Carpathian Forest - _Defending the Throne of Evil_
(Season of Mist, 2003)
by: James Montague (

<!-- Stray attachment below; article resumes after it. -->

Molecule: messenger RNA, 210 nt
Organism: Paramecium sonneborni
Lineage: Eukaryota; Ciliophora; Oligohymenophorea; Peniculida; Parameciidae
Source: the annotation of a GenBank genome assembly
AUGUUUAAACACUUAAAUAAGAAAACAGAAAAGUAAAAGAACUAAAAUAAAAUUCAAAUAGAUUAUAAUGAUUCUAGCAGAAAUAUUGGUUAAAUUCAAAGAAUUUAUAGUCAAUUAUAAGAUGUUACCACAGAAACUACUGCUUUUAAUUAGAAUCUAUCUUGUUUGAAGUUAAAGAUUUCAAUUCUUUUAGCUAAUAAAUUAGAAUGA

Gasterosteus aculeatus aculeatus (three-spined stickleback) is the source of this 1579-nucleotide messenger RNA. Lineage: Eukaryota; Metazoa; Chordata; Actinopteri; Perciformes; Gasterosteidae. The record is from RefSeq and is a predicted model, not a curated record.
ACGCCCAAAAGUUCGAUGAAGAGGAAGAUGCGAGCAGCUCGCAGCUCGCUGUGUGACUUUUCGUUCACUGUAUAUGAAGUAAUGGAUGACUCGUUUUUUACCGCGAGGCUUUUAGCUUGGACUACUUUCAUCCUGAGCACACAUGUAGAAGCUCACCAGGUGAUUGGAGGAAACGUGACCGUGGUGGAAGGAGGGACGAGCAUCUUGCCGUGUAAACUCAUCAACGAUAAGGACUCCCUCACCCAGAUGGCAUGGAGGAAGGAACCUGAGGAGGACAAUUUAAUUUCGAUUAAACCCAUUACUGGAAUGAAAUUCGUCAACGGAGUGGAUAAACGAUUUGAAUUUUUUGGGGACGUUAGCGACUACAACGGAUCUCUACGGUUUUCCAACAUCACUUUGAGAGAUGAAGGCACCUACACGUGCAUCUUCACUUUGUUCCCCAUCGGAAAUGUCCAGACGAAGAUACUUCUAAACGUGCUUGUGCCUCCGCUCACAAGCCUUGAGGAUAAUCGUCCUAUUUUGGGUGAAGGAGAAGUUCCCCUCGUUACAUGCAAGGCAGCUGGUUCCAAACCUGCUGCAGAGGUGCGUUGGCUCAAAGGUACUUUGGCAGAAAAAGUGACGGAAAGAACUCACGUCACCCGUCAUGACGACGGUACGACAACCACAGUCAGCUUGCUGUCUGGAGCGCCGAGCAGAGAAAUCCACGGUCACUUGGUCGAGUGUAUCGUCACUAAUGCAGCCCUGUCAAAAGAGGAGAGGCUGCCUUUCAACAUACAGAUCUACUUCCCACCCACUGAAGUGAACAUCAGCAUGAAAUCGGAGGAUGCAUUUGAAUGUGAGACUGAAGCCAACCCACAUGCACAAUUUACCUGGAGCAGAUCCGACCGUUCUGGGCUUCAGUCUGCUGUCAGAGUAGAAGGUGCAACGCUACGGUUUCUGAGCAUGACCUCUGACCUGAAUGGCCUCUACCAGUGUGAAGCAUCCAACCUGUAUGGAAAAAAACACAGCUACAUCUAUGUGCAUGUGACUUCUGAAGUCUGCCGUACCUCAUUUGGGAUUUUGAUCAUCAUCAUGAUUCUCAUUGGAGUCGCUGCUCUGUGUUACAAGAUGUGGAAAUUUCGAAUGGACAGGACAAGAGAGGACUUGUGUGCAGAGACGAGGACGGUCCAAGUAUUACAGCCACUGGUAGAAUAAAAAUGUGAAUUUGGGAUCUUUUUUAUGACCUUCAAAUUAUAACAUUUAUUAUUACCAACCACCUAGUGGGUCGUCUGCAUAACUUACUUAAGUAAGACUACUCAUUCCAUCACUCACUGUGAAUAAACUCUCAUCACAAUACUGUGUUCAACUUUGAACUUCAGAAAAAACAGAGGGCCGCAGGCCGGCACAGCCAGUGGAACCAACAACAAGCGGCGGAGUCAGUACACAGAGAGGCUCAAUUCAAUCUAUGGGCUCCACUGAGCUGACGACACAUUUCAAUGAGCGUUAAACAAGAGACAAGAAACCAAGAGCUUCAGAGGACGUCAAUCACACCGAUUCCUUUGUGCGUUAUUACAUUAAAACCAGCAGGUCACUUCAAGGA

Towards the end of the 1990s, as most of the Norwegian black metal scene were busy diluting their own essence with modern electronics, disco beats, Barbie dolls and whatever other un-kvlt stuff came their way, Carpathian Forest maintained their dignity as one of the few remaining devotees to old-school ethics. So naturally, I was quick to snap up their latest offering when it hit the shelves a few months ago.There was a catch, though -- the marvellous anti-evolutionary albums _Black Shining Leather_ and _Strange Old Brew_, though released in 1998 and 2000 respectively, consisted of old material dating as far back as 1991. _Defending the Throne of Evil_ is a 21st century affair, and the scene is a lot different these days. As soon as the opener, "It's Darker Than You Think", burst out of the blocks in a flurry of blast beats and bombastic keyboards, the alarm bells went off in my cranium. Suddenly my trusty old Rambler had power steering, anti-lock braking and comfy velour seating. I wasn't sure I could live with this, but I gave it a test drive anyway.The result? It functions correctly, but it's not the bone this old dog likes to chew on. The band plays solid and brutal black/death metal at a medium-fast pace, without too many blast beats, and have certainly retained their sense of humour with their OTT band pics and song titles like "Put to Sleep Like a Sick Animal!!!" and "Christian Incoherent Drivel". But these few small rewards come at a cost. Like so many of their compatriots these days, the band simply tries to do too much, too quickly. The songs all race along with one forgettable riff after another, weakened by the band's newfound appreciation of keyboards that provide nothing but constant irritation in the background. Terrorizer Magazine defends the turn towards ubiquitous keyboard usage, stating that "before the purists get out the lynching ropes it should be pointed out that said key-work is very much of the fill out the sound variety...". Well, this purist must ask the question "Why bother at all, then?"See, this is the problem with Carpathian Forest attempting an album like this. The band has always had limited talent, but operated so well within these restrictions with their catchy arrangements and true spirit. When a band like this attempts to "fill out their sound", buoyed by an over-professional sound, they only succeed in pointing out their own deficiencies. Unfortunately, Carpathian Forest have tried to do too much in too small a space, and now they too have diluted their essence.
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